Researchers are compiling the history of the Battle of Ridgefield. The public can weigh in on what it’s used for.

RIDGEFIELD — As researchers continue to compile the complete history of the Battle of Ridgefield, the town’s historical society is planning to ask for the public’s help in determining how that research should be used.

This spring FHI Studio, of Hartford, will conduct two large planning workshops to engage residents in the ongoing efforts to document and preserve evidence linked to the revolutionary engagement.

Heritage Consultants is assembling a database to reconstruct the events as they occurred through the historical society’s American Battlefield Protection Program grant, administered by the National Park Service.

The organization was one of 14 entities nationwide to receive the grant in 2020, according to project director Sharon Dunphy.

“This is the first time a professional group has come in to study this battle, and it’s very interesting watching the way they … approach the research,” she said. “They go after the primary documents and put together the scenario themselves.”

While the battle is historically understood as a series of three encounters, Heritage’s research suggests the fighting occurred throughout the route the British blazed as they entered Ridgefield on April 27, 1777.

The next phase of the grant program involves educating the public on what the research has found and brainstorming ways in which it can be used, Dunphy said. This could include establishing a historic walking trail, designating historic sites or adding curriculum within the local schools.

“There are different ways to honor it,” Dunphy said. The battle “is part of our identity as a community. …You don’t realize when you walk around today what happened on the land you’re walking on unless it’s researched.”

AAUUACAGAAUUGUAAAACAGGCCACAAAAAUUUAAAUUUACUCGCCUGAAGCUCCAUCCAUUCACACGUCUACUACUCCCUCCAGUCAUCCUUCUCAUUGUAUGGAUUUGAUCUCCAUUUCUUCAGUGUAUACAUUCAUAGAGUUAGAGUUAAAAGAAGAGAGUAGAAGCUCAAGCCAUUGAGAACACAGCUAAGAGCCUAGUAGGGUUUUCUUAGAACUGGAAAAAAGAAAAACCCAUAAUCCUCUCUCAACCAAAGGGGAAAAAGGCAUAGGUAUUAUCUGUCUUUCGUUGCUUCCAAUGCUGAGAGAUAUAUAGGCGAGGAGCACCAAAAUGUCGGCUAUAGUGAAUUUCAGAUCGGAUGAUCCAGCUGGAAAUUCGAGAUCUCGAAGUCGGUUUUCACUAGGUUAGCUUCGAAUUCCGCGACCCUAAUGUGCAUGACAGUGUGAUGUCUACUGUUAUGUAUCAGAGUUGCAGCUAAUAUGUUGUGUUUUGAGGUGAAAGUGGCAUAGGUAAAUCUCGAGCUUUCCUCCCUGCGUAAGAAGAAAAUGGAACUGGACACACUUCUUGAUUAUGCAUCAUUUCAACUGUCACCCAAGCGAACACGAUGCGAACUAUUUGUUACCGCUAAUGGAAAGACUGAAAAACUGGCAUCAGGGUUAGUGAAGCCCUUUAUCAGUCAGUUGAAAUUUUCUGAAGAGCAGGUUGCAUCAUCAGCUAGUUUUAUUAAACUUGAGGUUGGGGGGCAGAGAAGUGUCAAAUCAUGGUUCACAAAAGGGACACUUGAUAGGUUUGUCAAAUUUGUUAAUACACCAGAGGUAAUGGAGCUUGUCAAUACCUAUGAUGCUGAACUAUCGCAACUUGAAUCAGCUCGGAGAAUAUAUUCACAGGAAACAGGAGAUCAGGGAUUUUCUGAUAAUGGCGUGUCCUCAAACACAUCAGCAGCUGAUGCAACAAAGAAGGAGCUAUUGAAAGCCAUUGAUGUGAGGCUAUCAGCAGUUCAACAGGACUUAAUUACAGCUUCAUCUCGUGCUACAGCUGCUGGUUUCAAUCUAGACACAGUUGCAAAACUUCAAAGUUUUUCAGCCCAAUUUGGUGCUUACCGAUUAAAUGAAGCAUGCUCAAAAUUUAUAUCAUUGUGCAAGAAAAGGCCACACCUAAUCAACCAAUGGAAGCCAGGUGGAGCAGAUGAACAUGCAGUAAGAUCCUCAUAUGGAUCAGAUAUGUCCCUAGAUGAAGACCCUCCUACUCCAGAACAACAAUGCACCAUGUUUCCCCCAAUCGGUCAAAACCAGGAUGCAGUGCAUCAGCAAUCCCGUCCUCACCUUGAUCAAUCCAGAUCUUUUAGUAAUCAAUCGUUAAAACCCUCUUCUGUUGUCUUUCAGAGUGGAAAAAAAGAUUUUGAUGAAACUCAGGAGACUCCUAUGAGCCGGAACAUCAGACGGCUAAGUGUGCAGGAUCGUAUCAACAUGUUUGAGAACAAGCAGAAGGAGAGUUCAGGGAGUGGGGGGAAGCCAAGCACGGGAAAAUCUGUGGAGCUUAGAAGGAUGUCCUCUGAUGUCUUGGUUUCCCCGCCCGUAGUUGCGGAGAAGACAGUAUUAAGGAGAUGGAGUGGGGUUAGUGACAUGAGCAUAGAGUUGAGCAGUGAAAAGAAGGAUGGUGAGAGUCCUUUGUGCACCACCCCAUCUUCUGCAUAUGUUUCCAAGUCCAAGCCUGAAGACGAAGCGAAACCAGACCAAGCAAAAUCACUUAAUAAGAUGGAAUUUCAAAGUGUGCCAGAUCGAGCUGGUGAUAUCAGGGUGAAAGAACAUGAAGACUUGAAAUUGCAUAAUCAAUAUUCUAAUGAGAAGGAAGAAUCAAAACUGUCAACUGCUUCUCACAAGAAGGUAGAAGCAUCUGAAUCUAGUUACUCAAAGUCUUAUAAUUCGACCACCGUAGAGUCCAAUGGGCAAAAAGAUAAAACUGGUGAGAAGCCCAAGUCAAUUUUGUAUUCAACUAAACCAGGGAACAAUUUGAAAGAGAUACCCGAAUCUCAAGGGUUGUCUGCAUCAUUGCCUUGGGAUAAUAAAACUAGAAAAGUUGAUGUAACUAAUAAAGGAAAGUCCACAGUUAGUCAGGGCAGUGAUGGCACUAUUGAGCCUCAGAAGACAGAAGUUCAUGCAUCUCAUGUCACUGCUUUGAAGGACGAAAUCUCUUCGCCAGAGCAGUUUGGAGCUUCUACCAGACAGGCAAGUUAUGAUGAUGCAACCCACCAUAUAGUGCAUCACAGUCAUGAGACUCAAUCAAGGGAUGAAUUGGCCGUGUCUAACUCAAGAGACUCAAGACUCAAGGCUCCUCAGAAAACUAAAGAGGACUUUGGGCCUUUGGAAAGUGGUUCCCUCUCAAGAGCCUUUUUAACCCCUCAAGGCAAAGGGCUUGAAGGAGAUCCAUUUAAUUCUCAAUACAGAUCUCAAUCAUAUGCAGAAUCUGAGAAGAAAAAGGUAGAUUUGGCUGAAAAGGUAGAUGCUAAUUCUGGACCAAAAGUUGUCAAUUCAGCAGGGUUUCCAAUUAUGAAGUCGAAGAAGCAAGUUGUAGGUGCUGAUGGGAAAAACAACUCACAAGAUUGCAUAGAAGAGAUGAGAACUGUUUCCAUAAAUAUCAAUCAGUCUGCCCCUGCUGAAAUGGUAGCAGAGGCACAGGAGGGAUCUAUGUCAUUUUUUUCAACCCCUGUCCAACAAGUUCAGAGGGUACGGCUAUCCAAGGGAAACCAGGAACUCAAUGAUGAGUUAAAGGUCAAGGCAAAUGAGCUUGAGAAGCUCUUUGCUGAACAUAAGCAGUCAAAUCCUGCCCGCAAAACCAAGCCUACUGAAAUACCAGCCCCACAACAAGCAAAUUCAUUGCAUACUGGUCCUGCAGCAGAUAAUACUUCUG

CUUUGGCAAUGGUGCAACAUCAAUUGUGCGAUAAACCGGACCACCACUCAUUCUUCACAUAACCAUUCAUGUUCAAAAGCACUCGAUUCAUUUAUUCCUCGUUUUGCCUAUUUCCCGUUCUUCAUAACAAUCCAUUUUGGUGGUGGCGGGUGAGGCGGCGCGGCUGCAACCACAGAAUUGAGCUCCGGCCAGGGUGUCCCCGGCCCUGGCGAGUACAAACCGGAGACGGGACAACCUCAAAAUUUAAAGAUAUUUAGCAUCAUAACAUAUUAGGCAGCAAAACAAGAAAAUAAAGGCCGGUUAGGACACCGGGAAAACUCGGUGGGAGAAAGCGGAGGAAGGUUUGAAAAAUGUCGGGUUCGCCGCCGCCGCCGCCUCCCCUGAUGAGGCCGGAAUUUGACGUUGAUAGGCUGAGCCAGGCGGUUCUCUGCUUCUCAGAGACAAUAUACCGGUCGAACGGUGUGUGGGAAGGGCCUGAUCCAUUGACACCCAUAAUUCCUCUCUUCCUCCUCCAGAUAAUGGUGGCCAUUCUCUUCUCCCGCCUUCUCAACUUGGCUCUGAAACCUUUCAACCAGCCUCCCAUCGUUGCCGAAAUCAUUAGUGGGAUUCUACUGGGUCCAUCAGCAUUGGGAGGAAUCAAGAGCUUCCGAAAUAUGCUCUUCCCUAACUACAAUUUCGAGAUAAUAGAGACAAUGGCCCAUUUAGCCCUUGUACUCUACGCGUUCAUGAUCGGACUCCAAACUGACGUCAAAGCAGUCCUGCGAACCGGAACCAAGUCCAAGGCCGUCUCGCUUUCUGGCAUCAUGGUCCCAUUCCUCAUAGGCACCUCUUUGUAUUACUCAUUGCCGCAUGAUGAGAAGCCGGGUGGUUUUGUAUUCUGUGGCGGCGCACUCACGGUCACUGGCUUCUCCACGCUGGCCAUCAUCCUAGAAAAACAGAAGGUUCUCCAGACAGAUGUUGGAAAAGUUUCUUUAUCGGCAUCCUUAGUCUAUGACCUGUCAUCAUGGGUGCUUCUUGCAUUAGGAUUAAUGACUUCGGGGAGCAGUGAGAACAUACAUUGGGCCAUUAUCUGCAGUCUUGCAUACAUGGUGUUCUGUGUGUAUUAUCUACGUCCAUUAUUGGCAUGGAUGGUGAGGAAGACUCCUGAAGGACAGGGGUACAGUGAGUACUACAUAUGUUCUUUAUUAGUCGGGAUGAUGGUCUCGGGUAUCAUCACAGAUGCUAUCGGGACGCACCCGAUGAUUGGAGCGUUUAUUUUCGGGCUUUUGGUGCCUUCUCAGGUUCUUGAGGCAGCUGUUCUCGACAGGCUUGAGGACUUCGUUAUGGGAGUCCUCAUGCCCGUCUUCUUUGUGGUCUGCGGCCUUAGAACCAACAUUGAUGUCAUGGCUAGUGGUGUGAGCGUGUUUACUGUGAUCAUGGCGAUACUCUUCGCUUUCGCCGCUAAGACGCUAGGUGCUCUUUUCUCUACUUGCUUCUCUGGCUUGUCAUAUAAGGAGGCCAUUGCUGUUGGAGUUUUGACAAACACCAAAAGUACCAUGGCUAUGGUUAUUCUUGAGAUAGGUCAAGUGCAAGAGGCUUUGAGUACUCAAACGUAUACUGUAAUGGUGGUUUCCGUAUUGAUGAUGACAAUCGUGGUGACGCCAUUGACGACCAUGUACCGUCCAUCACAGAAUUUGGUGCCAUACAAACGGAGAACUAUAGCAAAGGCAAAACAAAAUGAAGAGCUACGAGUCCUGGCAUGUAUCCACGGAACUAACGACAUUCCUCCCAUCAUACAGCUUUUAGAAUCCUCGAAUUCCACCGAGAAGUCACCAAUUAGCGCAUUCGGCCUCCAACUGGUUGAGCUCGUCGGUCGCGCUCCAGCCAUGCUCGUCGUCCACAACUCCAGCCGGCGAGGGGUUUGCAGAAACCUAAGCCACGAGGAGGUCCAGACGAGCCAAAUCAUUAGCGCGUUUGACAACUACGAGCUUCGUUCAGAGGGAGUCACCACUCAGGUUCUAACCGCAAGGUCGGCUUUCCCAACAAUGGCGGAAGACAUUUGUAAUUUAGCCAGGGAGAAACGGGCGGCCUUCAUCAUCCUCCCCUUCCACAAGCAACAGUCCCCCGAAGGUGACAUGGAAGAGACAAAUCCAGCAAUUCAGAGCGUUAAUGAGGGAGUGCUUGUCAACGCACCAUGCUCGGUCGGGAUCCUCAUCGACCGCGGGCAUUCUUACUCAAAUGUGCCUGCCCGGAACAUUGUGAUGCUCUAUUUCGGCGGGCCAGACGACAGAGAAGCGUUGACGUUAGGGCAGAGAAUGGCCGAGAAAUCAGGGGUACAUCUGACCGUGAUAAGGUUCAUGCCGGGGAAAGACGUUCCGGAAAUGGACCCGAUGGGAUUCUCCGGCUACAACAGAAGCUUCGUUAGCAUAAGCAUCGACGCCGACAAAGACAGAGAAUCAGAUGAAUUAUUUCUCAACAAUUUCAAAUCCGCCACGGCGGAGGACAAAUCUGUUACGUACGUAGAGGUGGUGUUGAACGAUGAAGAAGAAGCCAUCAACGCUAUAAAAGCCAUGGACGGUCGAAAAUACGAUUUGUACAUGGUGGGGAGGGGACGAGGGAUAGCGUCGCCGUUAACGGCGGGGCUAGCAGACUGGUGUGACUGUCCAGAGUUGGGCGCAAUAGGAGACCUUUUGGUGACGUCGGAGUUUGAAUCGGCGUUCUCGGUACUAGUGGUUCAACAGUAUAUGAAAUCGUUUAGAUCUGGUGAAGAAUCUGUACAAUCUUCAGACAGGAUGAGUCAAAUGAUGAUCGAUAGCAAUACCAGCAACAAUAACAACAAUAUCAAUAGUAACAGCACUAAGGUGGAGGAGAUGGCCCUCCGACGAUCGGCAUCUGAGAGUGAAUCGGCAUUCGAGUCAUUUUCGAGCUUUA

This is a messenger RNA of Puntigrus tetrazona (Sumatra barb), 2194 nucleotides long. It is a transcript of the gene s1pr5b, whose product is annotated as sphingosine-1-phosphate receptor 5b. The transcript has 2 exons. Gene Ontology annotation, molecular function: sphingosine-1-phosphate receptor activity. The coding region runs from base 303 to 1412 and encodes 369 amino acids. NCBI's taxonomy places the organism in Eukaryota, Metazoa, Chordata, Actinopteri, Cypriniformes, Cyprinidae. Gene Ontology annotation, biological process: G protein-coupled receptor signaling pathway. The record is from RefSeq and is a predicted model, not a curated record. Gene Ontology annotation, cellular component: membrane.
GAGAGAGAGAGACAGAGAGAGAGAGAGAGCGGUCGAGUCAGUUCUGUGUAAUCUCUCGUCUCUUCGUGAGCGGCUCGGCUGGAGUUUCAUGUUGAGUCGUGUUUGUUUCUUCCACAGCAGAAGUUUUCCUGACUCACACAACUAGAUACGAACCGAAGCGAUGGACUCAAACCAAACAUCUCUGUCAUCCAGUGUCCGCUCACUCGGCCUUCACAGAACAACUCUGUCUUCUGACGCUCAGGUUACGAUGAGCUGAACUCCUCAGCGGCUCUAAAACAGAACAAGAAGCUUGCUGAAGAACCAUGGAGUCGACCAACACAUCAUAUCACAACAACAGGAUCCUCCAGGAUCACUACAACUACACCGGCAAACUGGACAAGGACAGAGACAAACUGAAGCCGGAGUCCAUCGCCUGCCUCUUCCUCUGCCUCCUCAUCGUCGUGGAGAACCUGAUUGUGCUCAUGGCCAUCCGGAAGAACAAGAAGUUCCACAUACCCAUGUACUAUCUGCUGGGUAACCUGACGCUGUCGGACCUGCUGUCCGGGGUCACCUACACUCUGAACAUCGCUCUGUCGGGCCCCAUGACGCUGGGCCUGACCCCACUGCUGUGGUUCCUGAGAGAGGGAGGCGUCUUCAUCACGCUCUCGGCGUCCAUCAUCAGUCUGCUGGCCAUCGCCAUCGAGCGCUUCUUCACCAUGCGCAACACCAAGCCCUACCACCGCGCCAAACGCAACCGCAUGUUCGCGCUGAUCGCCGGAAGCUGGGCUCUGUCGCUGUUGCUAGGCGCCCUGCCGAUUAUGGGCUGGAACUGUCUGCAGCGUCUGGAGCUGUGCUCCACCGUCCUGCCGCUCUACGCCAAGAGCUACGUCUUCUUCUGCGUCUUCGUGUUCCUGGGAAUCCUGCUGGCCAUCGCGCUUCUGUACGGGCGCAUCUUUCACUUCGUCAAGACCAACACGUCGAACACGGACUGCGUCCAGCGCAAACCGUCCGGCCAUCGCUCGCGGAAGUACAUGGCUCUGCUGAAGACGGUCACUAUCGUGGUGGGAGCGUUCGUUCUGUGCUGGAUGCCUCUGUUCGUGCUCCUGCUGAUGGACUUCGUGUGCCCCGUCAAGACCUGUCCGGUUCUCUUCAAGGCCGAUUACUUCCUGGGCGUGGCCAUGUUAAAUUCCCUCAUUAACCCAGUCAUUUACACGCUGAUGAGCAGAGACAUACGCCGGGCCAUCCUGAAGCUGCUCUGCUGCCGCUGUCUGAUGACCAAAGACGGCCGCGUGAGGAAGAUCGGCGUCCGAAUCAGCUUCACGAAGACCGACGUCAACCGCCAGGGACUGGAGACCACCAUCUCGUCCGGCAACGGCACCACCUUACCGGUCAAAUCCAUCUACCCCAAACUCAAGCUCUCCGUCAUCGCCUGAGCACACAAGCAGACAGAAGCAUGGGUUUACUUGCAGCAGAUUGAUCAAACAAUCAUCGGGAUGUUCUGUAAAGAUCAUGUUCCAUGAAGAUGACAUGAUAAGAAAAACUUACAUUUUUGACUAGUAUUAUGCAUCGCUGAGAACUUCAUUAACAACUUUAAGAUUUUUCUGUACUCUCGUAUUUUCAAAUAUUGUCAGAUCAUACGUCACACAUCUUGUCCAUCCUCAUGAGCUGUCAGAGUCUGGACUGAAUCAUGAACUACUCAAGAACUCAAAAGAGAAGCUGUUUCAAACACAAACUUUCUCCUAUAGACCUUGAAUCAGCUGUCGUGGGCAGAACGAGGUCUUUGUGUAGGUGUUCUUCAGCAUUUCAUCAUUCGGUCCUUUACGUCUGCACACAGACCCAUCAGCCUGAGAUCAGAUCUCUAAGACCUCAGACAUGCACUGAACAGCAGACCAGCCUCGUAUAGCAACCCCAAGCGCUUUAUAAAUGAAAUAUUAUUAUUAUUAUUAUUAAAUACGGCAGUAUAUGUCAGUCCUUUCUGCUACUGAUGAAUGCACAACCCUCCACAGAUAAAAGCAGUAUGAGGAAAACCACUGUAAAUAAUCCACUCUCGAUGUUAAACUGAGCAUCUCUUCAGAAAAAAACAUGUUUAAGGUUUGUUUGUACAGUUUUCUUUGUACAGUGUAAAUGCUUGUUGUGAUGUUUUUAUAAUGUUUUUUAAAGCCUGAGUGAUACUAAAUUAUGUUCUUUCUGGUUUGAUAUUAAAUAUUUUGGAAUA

The first workshop will likely take place around the time of the live reenactment this April, when the town commemorates the 245th anniversary of the battle.

Research will continue in the interim. The historical society is soliciting landowners who will allow Heritage to search their properties for bullets, buttons, cannonballs and other war artifacts.

Using a metal detector, researchers will sweep an area and mark spots for further investigation. Those spots will be excavated to determine the exact location of a possible artifact. If one is found, the object will be bagged, the soil returned and the sod restored.

Artifacts that appear to be from the Revolutionary War era will become the property of the National Park Service and stored in RHS’s climate-controlled vault. Any items that are not of that period will be returned to the landowner.

The site surveys will take place next fall, but if the historical society qualifies for more grant funding, the detecting and digging could occur sooner.

For more information about the workshops, the site surveys or the grant program, email